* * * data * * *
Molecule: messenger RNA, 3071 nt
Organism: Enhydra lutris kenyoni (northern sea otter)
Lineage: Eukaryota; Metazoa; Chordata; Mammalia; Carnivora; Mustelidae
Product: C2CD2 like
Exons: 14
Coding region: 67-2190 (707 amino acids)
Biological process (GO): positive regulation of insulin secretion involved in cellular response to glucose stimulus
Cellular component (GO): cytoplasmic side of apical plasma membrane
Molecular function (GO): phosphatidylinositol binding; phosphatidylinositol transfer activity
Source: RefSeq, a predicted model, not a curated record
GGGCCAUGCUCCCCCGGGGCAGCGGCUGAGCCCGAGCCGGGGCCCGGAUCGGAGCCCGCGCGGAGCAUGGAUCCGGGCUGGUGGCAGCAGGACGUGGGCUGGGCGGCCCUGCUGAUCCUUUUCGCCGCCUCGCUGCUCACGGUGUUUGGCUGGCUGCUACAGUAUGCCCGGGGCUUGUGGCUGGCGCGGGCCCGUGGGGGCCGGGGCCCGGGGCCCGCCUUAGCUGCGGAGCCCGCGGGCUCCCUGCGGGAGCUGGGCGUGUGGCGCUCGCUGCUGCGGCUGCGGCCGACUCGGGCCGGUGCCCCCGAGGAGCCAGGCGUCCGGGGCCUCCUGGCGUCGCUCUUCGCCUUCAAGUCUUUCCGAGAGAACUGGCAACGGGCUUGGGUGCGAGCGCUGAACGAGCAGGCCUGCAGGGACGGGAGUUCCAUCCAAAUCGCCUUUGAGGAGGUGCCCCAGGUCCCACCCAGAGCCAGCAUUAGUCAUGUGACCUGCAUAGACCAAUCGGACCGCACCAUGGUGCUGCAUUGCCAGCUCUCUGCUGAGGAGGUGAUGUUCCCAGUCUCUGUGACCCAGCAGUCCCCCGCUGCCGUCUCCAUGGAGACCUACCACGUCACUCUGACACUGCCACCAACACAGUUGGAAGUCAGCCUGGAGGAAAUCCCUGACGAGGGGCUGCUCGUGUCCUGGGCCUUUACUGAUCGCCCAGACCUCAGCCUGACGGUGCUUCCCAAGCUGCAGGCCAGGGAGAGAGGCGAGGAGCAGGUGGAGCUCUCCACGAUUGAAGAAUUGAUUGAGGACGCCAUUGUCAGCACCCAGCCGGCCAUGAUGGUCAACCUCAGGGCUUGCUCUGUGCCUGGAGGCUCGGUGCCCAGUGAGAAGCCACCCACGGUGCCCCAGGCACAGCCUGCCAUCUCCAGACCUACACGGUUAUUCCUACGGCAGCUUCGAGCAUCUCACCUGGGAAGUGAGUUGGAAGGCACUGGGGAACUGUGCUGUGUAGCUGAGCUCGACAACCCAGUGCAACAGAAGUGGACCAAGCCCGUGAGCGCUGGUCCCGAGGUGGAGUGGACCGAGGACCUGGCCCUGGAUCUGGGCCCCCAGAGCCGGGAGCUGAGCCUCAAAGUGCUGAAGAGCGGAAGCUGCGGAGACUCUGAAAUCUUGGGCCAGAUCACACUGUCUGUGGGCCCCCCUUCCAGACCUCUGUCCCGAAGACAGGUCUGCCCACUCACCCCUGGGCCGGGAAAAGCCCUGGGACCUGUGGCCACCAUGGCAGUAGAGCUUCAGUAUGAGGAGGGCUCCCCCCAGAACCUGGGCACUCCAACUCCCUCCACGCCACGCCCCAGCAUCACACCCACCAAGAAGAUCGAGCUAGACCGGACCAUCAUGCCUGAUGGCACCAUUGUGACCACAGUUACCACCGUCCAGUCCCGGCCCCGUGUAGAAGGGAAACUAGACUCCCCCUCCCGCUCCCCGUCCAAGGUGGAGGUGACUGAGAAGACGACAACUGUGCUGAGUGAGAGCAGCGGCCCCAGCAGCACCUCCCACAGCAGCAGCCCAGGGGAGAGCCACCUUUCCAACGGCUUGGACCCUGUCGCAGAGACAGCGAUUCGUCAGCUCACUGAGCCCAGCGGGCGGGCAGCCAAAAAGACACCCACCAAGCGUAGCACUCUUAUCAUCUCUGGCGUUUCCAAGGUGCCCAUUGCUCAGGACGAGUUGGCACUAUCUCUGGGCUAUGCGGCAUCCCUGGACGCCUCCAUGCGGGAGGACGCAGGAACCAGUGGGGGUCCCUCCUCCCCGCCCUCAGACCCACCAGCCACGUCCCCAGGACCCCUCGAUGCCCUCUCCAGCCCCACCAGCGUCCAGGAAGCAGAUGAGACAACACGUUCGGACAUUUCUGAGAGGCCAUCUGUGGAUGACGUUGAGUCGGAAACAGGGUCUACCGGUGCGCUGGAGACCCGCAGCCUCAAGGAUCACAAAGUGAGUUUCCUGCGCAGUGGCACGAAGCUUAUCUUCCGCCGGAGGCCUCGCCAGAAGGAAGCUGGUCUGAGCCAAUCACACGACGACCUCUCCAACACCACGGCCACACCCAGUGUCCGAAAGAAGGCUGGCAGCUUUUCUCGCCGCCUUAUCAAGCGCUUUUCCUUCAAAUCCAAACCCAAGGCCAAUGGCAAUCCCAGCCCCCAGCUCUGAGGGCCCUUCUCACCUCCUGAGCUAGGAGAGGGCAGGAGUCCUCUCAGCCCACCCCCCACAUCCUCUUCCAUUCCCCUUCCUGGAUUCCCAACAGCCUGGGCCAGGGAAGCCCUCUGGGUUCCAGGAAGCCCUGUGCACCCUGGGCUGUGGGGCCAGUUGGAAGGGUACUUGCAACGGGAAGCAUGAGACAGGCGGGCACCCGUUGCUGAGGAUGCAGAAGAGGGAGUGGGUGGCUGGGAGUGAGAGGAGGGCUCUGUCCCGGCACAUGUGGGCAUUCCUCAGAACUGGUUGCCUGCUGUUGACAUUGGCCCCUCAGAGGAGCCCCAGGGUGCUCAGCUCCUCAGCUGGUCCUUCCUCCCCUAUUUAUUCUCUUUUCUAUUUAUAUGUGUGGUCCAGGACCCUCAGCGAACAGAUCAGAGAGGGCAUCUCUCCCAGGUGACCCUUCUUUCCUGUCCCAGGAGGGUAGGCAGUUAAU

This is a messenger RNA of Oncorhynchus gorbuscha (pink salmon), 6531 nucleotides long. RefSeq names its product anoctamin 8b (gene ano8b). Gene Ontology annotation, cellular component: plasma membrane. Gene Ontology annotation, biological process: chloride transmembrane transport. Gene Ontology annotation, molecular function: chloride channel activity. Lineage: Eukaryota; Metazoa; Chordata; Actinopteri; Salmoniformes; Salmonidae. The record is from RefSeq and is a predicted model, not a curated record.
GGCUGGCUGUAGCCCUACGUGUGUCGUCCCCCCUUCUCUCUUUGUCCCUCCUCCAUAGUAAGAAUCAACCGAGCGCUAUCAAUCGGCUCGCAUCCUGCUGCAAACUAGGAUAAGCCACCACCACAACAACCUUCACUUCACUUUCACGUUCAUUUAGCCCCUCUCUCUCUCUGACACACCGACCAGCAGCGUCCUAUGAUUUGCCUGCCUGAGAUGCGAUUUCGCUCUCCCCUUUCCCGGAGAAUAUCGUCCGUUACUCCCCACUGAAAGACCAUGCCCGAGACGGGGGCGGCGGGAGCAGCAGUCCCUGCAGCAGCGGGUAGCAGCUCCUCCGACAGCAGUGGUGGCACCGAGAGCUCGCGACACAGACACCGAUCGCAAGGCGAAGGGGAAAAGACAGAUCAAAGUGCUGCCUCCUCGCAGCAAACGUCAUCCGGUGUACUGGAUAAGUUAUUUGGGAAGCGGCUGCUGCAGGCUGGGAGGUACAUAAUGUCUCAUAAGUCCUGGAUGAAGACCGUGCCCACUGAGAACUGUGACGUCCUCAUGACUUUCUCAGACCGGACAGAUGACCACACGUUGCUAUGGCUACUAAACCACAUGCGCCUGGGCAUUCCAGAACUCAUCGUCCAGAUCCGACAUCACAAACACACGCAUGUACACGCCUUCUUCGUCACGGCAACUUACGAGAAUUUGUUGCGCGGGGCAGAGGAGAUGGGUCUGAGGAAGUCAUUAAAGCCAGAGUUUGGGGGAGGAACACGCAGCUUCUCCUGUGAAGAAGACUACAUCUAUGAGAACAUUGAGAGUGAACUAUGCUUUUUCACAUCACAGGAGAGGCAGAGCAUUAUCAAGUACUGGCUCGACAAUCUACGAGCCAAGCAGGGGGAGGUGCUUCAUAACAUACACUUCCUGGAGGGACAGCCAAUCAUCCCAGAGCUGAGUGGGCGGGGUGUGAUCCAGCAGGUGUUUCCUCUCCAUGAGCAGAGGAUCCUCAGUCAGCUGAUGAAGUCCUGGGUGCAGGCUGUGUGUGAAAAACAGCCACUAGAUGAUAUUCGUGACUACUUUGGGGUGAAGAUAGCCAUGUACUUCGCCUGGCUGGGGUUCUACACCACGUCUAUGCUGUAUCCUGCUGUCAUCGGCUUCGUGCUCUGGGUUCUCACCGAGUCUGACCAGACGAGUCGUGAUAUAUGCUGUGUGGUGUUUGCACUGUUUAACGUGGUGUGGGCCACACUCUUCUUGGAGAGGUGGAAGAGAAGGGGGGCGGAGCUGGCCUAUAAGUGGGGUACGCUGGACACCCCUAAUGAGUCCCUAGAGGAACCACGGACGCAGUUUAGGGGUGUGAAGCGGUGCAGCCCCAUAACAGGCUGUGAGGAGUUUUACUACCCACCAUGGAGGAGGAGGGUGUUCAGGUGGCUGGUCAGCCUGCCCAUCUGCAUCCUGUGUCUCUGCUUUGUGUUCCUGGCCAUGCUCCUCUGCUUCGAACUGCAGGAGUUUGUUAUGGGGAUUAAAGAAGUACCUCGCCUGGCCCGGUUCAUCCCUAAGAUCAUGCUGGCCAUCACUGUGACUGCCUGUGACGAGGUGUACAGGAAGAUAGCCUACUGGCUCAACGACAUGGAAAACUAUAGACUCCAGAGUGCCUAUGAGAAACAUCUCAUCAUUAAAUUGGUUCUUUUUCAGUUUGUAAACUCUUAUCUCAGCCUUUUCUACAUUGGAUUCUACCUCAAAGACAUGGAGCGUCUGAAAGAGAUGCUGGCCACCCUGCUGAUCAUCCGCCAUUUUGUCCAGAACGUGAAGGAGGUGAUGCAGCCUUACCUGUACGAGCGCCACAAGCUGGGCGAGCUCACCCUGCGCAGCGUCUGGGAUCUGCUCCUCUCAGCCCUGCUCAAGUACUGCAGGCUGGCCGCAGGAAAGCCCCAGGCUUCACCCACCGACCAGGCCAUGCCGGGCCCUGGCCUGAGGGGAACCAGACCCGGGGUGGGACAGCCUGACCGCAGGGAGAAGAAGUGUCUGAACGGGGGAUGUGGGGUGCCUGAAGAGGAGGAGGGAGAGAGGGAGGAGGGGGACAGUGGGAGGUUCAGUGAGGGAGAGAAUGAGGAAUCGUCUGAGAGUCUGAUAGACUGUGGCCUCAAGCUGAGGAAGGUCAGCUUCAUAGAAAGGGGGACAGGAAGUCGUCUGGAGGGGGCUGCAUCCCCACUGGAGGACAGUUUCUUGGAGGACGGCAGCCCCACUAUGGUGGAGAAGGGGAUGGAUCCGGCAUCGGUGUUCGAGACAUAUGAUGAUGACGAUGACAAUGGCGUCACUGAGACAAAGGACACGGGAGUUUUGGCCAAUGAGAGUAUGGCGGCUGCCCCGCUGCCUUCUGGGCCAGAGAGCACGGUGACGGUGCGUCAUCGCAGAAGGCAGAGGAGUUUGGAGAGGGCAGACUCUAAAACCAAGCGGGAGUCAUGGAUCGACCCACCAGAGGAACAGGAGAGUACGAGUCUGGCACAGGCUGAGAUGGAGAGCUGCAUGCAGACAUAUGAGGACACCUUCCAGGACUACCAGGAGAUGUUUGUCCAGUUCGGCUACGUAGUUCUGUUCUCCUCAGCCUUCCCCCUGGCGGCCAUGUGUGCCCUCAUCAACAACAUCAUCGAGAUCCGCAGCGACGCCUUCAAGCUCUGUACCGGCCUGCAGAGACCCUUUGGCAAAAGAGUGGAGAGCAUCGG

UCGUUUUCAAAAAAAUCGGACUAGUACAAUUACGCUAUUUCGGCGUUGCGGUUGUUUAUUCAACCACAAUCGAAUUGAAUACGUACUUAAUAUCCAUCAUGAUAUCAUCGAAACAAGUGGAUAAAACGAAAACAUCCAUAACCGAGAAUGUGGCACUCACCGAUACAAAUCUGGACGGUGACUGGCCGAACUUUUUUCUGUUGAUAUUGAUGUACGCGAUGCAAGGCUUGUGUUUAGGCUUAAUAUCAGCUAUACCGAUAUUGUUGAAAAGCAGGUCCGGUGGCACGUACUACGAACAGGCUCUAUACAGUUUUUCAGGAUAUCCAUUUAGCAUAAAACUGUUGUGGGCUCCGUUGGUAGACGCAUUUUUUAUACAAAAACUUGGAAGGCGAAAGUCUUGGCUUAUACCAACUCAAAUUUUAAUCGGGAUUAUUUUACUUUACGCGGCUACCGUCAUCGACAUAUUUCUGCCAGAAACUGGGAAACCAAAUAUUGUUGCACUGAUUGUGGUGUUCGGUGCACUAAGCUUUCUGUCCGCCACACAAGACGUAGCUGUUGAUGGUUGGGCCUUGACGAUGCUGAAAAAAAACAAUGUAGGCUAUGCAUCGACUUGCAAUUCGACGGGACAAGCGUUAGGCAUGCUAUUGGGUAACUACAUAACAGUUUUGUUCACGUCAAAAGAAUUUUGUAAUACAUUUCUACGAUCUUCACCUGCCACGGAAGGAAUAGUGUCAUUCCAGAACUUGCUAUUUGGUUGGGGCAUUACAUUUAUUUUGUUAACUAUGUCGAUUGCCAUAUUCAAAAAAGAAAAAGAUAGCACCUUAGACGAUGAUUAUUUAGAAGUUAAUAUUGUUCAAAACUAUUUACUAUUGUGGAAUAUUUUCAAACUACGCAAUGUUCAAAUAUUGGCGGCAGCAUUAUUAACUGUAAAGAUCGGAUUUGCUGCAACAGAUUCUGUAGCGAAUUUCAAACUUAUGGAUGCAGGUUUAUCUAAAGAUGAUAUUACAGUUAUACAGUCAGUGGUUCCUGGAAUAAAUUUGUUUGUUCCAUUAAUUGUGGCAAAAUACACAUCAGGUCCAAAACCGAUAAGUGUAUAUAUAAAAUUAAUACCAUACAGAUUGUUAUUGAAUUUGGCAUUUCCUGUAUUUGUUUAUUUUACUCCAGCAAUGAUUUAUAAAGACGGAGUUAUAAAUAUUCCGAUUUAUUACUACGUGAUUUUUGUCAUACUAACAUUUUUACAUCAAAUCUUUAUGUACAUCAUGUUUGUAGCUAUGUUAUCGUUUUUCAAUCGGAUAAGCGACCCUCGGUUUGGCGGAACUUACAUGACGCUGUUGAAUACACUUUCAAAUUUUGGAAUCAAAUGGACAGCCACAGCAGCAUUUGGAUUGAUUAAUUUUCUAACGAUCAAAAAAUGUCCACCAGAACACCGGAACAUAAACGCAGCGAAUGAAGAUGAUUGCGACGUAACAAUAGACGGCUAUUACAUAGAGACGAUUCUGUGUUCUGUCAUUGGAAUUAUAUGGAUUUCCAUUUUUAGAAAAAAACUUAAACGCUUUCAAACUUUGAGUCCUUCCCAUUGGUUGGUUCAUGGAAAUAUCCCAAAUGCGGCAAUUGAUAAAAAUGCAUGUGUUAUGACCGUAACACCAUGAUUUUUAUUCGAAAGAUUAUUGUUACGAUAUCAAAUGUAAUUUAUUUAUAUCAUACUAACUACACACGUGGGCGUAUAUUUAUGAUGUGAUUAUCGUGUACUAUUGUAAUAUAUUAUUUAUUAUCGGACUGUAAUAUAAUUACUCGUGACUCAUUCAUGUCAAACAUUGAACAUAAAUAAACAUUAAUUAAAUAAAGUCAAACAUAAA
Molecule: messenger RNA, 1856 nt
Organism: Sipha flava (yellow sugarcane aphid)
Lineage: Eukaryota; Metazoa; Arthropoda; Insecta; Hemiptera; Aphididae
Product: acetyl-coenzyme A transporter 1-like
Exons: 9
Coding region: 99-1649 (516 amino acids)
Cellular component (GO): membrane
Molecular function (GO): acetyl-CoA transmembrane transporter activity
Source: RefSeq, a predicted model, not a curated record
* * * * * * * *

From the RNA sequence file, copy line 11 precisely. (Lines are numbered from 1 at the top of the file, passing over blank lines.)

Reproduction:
GGGCCAUGCUCCCCCGGGGCAGCGGCUGAGCCCGAGCCGGGGCCCGGAUCGGAGCCCGCGCGGAGCAUGGAUCCGGGCUGGUGGCAGCAGGACGUGGGCUGGGCGGCCCUGCUGAUCCUUUUCGCCGCCUCGCUGCUCACGGUGUUUGGCUGGCUGCUACAGUAUGCCCGGGGCUUGUGGCUGGCGCGGGCCCGUGGGGGCCGGGGCCCGGGGCCCGCCUUAGCUGCGGAGCCCGCGGGCUCCCUGCGGGAGCUGGGCGUGUGGCGCUCGCUGCUGCGGCUGCGGCCGACUCGGGCCGGUGCCCCCGAGGAGCCAGGCGUCCGGGGCCUCCUGGCGUCGCUCUUCGCCUUCAAGUCUUUCCGAGAGAACUGGCAACGGGCUUGGGUGCGAGCGCUGAACGAGCAGGCCUGCAGGGACGGGAGUUCCAUCCAAAUCGCCUUUGAGGAGGUGCCCCAGGUCCCACCCAGAGCCAGCAUUAGUCAUGUGACCUGCAUAGACCAAUCGGACCGCACCAUGGUGCUGCAUUGCCAGCUCUCUGCUGAGGAGGUGAUGUUCCCAGUCUCUGUGACCCAGCAGUCCCCCGCUGCCGUCUCCAUGGAGACCUACCACGUCACUCUGACACUGCCACCAACACAGUUGGAAGUCAGCCUGGAGGAAAUCCCUGACGAGGGGCUGCUCGUGUCCUGGGCCUUUACUGAUCGCCCAGACCUCAGCCUGACGGUGCUUCCCAAGCUGCAGGCCAGGGAGAGAGGCGAGGAGCAGGUGGAGCUCUCCACGAUUGAAGAAUUGAUUGAGGACGCCAUUGUCAGCACCCAGCCGGCCAUGAUGGUCAACCUCAGGGCUUGCUCUGUGCCUGGAGGCUCGGUGCCCAGUGAGAAGCCACCCACGGUGCCCCAGGCACAGCCUGCCAUCUCCAGACCUACACGGUUAUUCCUACGGCAGCUUCGAGCAUCUCACCUGGGAAGUGAGUUGGAAGGCACUGGGGAACUGUGCUGUGUAGCUGAGCUCGACAACCCAGUGCAACAGAAGUGGACCAAGCCCGUGAGCGCUGGUCCCGAGGUGGAGUGGACCGAGGACCUGGCCCUGGAUCUGGGCCCCCAGAGCCGGGAGCUGAGCCUCAAAGUGCUGAAGAGCGGAAGCUGCGGAGACUCUGAAAUCUUGGGCCAGAUCACACUGUCUGUGGGCCCCCCUUCCAGACCUCUGUCCCGAAGACAGGUCUGCCCACUCACCCCUGGGCCGGGAAAAGCCCUGGGACCUGUGGCCACCAUGGCAGUAGAGCUUCAGUAUGAGGAGGGCUCCCCCCAGAACCUGGGCACUCCAACUCCCUCCACGCCACGCCCCAGCAUCACACCCACCAAGAAGAUCGAGCUAGACCGGACCAUCAUGCCUGAUGGCACCAUUGUGACCACAGUUACCACCGUCCAGUCCCGGCCCCGUGUAGAAGGGAAACUAGACUCCCCCUCCCGCUCCCCGUCCAAGGUGGAGGUGACUGAGAAGACGACAACUGUGCUGAGUGAGAGCAGCGGCCCCAGCAGCACCUCCCACAGCAGCAGCCCAGGGGAGAGCCACCUUUCCAACGGCUUGGACCCUGUCGCAGAGACAGCGAUUCGUCAGCUCACUGAGCCCAGCGGGCGGGCAGCCAAAAAGACACCCACCAAGCGUAGCACUCUUAUCAUCUCUGGCGUUUCCAAGGUGCCCAUUGCUCAGGACGAGUUGGCACUAUCUCUGGGCUAUGCGGCAUCCCUGGACGCCUCCAUGCGGGAGGACGCAGGAACCAGUGGGGGUCCCUCCUCCCCGCCCUCAGACCCACCAGCCACGUCCCCAGGACCCCUCGAUGCCCUCUCCAGCCCCACCAGCGUCCAGGAAGCAGAUGAGACAACACGUUCGGACAUUUCUGAGAGGCCAUCUGUGGAUGACGUUGAGUCGGAAACAGGGUCUACCGGUGCGCUGGAGACCCGCAGCCUCAAGGAUCACAAAGUGAGUUUCCUGCGCAGUGGCACGAAGCUUAUCUUCCGCCGGAGGCCUCGCCAGAAGGAAGCUGGUCUGAGCCAAUCACACGACGACCUCUCCAACACCACGGCCACACCCAGUGUCCGAAAGAAGGCUGGCAGCUUUUCUCGCCGCCUUAUCAAGCGCUUUUCCUUCAAAUCCAAACCCAAGGCCAAUGGCAAUCCCAGCCCCCAGCUCUGAGGGCCCUUCUCACCUCCUGAGCUAGGAGAGGGCAGGAGUCCUCUCAGCCCACCCCCCACAUCCUCUUCCAUUCCCCUUCCUGGAUUCCCAACAGCCUGGGCCAGGGAAGCCCUCUGGGUUCCAGGAAGCCCUGUGCACCCUGGGCUGUGGGGCCAGUUGGAAGGGUACUUGCAACGGGAAGCAUGAGACAGGCGGGCACCCGUUGCUGAGGAUGCAGAAGAGGGAGUGGGUGGCUGGGAGUGAGAGGAGGGCUCUGUCCCGGCACAUGUGGGCAUUCCUCAGAACUGGUUGCCUGCUGUUGACAUUGGCCCCUCAGAGGAGCCCCAGGGUGCUCAGCUCCUCAGCUGGUCCUUCCUCCCCUAUUUAUUCUCUUUUCUAUUUAUAUGUGUGGUCCAGGACCCUCAGCGAACAGAUCAGAGAGGGCAUCUCUCCCAGGUGACCCUUCUUUCCUGUCCCAGGAGGGUAGGCAGUUAAU